Disaster Recovery Experts Speak Out (continued) 8

<b>THE DISCUSSION (continued)</b><P><b>Disaster Recovery</b><br>thread by nancy (09-Nov-01 2:44 PM GMT)<P>Does anyone have an outline for disaster recovery. I am thinking of three strategies to present to management. 1) Hot Site 2) Cold Site 3) Redundancy. How do I get there? That's the question. I need some info or enlightenment so I can get started. I seem to have a writer's ...

InformationWeek Staff, Contributor

November 30, 2001

4 Min Read

THE DISCUSSION (continued)

Disaster Recovery
thread by nancy (09-Nov-01 2:44 PM GMT)

Does anyone have an outline for disaster recovery. I am thinking of three strategies to present to management. 1) Hot Site 2) Cold Site 3) Redundancy. How do I get there? That's the question. I need some info or enlightenment so I can get started. I seem to have a writer's block. Thank you.

Re: disaster recovery
by Bob Williamson (09-Nov-01 3:25 PM GMT)

Nancy, Pay a visit to www.disasterrecoveryworld.com. There are resources available to get you started. And don't forget, your plan needs to include recovery plans for losses of each of the following:

+ compute hardware
+ business critical data
+ business critical applications
+ people
+ facilities

Good luck on the proposal. Drop me a personal email if I can help.

Re: disaster recovery
by peeps (09-Nov-01 3:28 PM GMT)

Do you have specific time frames defined for different types or sources of data

Re: disaster recovery
by Jim Johnson (09-Nov-01 6:19 PM GMT)

Hi Warren,

We currently working on a new approach to DR called CPA that looks the pros and cons of the current offerings.

Traditional disaster recovery plans cannot keep up with the speed of doing business in today's world. A 24-hour recovery time from a disaster would be enough to put many companies out of business.

According to the participants in The Standish Group's latest focus groups, most say their disaster recovery strategy is woefully inadequate, and that their disaster recovery plans are out-of-date and provide for minimal coverage. This coverage basically includes having their legacy applications run on their mainframe or proprietary systems. Very few disaster recovery plans go much deeper into the application suite. The focus group participants estimate their coverage to be about 10% of their critical applications. According to the latest DARTS, 60% of all critical applications operate 24/7. That is precisely why corporations are moving away from disaster recovery to replicated data and processing. But this falls short as well. Instead, what is needed is an architectural approach to the problem. That solution is Continuous Processing Architecture (CPA).

We would be glad to work with you on your project.

DR & BCP is stupid
thread by Jim Johnson (09-Nov-01 6:58 PM GMT)

The whole notion of DR is stupid. It is basically unworkable. It is an unnatural act. We need to throw all conventional thinking. There are three things wrong with Disaster Recovery Plans. First is the word disaster. So people only think of it as insurance. No one likes to pay for insurance. Second they is the word "Recovery," meaning that there must a method to recover what was lost. The third is the word "Plan." Meaning that it is not active. It is also expensive and time consuming. BCP is just more of DR with a pretty name.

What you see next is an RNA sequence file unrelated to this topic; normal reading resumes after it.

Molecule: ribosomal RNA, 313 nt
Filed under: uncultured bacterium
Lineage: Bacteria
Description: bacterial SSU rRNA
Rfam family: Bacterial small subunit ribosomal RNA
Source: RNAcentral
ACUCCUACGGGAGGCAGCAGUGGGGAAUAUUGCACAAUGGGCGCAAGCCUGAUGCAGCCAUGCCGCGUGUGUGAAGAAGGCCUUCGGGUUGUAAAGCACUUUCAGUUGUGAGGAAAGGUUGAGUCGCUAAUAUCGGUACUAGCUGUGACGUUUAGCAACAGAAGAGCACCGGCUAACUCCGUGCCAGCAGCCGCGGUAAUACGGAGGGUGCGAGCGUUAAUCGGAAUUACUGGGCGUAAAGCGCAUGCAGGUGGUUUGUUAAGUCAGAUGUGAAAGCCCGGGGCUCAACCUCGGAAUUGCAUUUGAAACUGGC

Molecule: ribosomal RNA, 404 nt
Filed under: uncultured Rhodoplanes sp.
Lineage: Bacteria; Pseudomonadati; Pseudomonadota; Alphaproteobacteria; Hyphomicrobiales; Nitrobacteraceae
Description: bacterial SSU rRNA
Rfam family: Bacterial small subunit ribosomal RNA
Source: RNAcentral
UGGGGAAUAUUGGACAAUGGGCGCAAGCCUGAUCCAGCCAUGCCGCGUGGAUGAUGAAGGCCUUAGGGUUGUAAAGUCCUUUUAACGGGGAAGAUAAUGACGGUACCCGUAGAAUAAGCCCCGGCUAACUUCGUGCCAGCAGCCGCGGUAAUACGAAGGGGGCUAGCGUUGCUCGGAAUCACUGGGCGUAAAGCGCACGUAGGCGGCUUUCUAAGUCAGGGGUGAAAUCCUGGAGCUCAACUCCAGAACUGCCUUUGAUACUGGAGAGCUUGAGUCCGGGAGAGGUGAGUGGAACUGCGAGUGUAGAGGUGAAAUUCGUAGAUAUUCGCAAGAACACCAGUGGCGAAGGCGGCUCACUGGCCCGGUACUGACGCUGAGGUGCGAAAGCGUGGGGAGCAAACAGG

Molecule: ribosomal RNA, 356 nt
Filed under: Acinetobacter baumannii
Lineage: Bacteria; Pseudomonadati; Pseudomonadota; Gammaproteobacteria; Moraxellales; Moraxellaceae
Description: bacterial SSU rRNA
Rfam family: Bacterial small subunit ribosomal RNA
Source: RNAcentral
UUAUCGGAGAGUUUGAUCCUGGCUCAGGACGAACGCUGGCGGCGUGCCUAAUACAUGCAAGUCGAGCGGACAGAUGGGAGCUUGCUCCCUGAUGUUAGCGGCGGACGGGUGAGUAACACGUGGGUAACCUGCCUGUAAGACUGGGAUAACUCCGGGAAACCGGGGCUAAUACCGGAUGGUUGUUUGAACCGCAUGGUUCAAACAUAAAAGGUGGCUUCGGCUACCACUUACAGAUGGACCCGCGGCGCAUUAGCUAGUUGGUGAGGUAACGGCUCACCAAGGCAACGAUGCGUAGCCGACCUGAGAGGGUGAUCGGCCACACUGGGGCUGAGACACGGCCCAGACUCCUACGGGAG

DRP and BCP still mostly concentrate on IT and IT recovery. It also focuses on IT technology. We need to look not only the products, but the people and process as well. So what do you have to say about that!

Re: DR & BCP is stupid
by Martin Garvey (09-Nov-01 10:47 PM GMT)

Thanks Jim. With more room, we would have had this in our backup the backup story. IT leads business continuity plans at most companies. Clearly, they should continue protecting apps and data, but be sure to work closely with business managers in covering facilities management, personnel policies, intellectual property, internal communication procedures for employees, and accounting for personnel and human safety.

Re: DR & BCP is stupid
by Larry Greenemeier (09-Nov-01 7:48 PM GMT)

I couldn't help but be pulled in by your inflammatory headline. I've been writing about the outsourcing side of disaster recovery and business continuity for InformationWeek for the past two years, and I've come across resistance to the notion DR and BCR before. You make some valid points, particularly about disaster recovery being seen as insurance. I'm sure it's hard to justify spending $300,000 per year on something you hope you'll never use. And I agree that the word "disaster" makes some people uncomfortable, hence the transition to phrases like "business recovery" and "business continuity".

As to your point about looking beyond products toward logistics and services, that's where I've focused. I've spoken with several companies over the past two months who have brought up the problem of where users go in the event of a disaster. As the New York's financial district found out, there's more to business recovery than back-end systems. Workers were displaced to NYC's outer boroughs as well as New Jersey, and in some cases there weren't enough desktops to go around.

In my opinion, it's too early to tell just what impact September 11 will have on preparedness. Perhaps we'll see executives within companies emerge who are dedicated to disaster recovery, oops, emergency preparedness. Someone along the lines of a Chief Continuity Officer or VP of IT Preparedness. My two cents.

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